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Dev Biol. 2007 Apr 15;304(2):664-74. Epub 2007 Jan 12.

The Wiskott-Aldrich syndrome protein (WASP) is essential for myoblast fusion in Drosophila.

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  • 1Fachbereich Biologie, Entwicklungsbiologie, Philipps-Universität Marburg, Karl-von-Frisch Str. 8, D-35043 Marburg, Germany.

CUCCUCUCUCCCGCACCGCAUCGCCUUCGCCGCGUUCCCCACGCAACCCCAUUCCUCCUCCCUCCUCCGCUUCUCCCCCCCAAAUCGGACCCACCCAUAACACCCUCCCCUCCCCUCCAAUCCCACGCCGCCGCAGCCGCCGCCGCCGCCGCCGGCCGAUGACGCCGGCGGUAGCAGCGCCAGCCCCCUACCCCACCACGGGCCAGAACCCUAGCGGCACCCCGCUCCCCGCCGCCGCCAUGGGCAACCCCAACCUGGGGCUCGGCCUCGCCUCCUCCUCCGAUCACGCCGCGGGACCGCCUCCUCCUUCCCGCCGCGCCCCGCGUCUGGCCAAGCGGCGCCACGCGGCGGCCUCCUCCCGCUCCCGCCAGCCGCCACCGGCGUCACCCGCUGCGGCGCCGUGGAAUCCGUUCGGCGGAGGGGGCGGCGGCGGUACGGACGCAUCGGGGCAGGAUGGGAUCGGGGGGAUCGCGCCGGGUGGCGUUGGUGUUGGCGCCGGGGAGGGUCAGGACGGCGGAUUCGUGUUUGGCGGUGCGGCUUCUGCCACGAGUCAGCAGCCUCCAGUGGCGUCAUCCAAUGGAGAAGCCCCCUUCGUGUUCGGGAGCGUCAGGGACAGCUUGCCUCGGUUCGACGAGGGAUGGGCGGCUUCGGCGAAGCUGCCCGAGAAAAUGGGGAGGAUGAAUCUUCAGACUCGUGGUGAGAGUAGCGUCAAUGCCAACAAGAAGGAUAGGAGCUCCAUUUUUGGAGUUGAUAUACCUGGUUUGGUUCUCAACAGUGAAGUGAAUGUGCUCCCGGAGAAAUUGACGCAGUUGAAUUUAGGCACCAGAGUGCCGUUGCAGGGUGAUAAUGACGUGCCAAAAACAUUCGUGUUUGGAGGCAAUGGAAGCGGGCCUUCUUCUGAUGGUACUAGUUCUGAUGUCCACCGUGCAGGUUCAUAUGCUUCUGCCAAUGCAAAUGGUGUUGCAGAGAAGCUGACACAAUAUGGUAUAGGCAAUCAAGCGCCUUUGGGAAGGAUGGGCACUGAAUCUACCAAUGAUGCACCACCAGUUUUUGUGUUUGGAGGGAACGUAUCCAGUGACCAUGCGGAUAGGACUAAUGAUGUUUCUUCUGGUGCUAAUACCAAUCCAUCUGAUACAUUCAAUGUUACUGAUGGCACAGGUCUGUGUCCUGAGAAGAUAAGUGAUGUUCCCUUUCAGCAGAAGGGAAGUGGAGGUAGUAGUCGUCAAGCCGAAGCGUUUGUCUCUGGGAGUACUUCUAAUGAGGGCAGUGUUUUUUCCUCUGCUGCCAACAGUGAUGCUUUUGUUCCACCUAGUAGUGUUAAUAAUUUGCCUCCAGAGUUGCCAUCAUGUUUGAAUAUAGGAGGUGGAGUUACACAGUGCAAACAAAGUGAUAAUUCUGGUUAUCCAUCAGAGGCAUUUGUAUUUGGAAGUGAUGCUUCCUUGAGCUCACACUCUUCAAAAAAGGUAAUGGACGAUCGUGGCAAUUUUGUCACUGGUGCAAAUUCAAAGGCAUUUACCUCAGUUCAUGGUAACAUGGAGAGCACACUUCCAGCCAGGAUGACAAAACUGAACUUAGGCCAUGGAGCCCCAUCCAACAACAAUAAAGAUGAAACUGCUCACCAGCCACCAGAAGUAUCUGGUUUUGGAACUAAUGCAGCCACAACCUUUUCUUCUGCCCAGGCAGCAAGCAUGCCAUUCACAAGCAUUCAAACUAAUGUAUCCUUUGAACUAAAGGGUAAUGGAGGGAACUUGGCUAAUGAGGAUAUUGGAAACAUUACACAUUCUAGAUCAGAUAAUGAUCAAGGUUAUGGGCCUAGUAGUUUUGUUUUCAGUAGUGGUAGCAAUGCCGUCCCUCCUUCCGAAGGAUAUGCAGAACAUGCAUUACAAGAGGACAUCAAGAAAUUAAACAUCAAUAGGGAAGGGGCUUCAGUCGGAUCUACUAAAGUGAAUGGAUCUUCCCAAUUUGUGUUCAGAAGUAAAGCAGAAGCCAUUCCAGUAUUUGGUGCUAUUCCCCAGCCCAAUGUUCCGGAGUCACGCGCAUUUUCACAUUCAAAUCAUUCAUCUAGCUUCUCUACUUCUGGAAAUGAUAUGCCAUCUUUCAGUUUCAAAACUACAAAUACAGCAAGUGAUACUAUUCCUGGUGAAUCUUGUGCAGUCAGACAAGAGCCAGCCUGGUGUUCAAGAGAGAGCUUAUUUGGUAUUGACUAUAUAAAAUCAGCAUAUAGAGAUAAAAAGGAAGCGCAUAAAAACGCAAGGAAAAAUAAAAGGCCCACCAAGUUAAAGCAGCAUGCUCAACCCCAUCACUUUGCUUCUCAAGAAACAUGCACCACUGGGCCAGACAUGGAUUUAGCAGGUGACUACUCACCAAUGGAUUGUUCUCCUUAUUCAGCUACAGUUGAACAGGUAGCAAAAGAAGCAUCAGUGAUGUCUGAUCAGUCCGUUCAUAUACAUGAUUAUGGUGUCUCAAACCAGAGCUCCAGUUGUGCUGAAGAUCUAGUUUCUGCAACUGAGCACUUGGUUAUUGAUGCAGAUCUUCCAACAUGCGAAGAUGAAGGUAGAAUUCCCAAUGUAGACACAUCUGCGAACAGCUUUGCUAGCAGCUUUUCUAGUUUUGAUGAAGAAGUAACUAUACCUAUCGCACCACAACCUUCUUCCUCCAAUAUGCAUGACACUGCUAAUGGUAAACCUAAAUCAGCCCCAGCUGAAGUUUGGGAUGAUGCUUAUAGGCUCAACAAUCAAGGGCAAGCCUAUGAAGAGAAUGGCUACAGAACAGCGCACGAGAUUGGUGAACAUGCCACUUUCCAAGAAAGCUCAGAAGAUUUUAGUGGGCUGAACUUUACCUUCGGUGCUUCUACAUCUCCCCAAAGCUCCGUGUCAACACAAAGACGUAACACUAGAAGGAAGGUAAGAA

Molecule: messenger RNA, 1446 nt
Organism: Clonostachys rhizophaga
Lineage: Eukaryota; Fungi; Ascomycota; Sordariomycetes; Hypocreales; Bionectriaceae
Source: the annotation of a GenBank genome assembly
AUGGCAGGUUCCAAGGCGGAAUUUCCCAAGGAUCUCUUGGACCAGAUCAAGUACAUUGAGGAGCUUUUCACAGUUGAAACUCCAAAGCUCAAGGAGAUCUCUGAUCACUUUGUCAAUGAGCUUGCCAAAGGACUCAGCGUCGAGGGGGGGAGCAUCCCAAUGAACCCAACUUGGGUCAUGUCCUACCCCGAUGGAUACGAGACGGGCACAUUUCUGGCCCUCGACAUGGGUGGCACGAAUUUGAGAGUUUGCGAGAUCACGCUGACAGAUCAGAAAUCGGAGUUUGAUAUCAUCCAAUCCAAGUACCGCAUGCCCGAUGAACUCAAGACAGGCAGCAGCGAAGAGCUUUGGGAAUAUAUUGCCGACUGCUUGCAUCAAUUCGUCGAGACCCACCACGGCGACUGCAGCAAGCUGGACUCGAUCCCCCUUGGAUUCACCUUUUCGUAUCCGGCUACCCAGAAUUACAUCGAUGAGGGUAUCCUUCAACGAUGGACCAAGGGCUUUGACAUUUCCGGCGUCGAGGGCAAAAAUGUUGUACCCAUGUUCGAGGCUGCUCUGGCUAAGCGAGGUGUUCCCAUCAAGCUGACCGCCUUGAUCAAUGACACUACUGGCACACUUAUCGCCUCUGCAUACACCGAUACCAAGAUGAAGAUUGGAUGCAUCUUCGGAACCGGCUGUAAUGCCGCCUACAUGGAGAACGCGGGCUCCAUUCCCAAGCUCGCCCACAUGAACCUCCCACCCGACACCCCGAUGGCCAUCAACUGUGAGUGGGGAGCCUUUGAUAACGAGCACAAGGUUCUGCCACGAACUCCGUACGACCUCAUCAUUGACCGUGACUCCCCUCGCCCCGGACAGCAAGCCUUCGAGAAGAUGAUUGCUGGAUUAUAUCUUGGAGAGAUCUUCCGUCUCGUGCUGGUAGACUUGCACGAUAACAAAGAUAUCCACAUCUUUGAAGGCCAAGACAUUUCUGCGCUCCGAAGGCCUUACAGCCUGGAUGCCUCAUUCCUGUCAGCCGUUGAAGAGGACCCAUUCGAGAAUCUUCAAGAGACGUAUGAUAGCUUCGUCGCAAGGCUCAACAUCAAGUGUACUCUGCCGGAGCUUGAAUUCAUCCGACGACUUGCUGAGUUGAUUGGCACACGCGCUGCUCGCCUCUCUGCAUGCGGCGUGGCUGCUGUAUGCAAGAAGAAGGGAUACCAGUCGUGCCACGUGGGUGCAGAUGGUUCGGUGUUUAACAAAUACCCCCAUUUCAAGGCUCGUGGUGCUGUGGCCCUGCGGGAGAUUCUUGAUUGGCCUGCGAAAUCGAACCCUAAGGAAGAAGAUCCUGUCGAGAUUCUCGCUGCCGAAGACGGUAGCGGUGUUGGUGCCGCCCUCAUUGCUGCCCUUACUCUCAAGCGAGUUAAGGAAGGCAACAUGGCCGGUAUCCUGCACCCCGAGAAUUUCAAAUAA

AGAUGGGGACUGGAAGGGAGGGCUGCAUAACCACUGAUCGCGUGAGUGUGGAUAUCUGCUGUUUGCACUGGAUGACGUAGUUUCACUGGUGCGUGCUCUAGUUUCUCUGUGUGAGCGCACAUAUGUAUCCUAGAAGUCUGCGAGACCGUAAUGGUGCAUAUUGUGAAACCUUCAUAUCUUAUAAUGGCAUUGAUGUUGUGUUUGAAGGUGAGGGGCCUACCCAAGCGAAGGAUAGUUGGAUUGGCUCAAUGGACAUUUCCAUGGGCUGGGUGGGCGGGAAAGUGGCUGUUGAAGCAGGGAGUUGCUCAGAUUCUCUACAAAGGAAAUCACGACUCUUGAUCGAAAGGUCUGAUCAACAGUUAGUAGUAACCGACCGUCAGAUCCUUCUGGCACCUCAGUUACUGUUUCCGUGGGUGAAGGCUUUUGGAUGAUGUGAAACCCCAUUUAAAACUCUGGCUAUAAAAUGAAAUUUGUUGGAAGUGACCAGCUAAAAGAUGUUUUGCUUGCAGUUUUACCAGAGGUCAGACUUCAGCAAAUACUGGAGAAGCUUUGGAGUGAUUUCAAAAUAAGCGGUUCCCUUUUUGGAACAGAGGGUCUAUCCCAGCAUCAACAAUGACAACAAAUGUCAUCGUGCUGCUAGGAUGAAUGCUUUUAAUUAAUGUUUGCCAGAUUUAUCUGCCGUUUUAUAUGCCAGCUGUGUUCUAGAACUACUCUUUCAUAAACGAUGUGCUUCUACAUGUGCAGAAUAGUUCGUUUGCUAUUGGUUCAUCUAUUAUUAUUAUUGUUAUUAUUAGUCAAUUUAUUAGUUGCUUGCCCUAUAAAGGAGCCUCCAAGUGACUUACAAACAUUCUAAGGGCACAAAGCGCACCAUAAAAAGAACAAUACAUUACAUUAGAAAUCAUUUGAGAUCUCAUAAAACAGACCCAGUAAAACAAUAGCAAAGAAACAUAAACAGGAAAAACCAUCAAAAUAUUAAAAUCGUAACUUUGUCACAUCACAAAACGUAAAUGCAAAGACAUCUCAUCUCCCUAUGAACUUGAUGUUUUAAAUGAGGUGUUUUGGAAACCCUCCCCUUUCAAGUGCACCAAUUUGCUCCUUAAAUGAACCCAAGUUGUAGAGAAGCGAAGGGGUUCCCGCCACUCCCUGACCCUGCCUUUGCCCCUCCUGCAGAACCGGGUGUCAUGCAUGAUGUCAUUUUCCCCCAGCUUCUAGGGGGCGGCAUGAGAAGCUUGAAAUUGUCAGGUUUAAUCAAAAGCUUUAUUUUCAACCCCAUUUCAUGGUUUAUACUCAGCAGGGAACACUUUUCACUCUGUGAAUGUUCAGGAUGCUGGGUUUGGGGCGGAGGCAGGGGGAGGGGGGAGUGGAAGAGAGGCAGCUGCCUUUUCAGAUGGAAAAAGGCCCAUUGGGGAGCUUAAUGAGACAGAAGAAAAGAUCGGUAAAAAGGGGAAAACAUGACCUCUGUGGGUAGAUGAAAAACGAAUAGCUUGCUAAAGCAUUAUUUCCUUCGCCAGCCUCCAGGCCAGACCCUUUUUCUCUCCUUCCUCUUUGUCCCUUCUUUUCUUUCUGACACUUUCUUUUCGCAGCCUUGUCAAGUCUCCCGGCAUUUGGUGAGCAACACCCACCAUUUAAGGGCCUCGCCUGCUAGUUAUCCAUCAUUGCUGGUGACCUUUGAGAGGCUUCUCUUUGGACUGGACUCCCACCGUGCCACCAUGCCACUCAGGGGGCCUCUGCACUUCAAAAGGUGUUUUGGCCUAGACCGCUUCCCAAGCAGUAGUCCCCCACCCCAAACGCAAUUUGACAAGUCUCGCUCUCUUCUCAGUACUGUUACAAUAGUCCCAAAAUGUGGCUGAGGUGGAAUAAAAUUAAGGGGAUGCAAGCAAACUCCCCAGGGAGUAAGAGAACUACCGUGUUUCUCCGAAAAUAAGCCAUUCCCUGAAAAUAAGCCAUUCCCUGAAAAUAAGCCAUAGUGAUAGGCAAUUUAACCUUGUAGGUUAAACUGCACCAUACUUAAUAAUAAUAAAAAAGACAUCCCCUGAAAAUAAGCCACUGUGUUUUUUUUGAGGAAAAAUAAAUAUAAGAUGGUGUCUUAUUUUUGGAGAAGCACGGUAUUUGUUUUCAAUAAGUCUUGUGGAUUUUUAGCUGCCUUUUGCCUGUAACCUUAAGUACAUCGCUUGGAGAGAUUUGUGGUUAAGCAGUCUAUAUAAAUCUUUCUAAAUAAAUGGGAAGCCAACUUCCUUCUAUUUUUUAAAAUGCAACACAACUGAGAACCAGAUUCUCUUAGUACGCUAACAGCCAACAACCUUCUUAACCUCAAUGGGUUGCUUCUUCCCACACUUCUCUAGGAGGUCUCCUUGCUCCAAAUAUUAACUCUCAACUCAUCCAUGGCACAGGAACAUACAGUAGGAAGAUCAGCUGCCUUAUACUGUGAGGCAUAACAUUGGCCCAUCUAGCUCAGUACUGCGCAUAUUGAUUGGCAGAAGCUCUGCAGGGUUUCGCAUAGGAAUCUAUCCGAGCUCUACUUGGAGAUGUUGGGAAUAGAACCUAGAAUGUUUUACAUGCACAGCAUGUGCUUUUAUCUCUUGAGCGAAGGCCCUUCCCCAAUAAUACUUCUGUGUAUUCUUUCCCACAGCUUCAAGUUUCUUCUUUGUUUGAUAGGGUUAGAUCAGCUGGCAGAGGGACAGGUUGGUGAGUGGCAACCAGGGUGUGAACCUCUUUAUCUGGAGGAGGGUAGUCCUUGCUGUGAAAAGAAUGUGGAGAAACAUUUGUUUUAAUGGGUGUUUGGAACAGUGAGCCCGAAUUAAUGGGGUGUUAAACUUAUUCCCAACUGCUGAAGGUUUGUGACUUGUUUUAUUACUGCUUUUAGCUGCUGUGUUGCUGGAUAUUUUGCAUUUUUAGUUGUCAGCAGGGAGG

In higher organisms, mononucleated myoblasts fuse to form multinucleated myotubes. During this process, myoblasts undergo specific changes in cell morphology and cytoarchitecture. Previously, we have shown that the actin regulator Kette (Hem-2/Nap-1) is essential for myoblast fusion. In this study, we describe the role of the evolutionary conserved Wiskott-Aldrich syndrome protein that serves as a regulator for the Arp2/3 complex for myoblast fusion. By screening an EMS mutagenesis collection, we discovered a new wasp allele that does not complete fusion during myogenesis. Interestingly, this new wasp3D3-035 allele is characterized by a disruption of fusion after precursor formation. The molecular lesion in this wasp allele leads to a stop codon preventing translation of the CA domain. Usually, the WASP protein exerts its function through the Arp2/3-interacting CA domain. Accordingly, a waspDeltaCA that is expressed in a wild-type background acts as dominant-negative during the fusion process. Furthermore, we show that the myoblast fusion phenotype of kette mutant embryos can be suppressed by reducing the gene dose of wasp3D3-035. Thus, Kette antagonizes WASP function during myoblast fusion.

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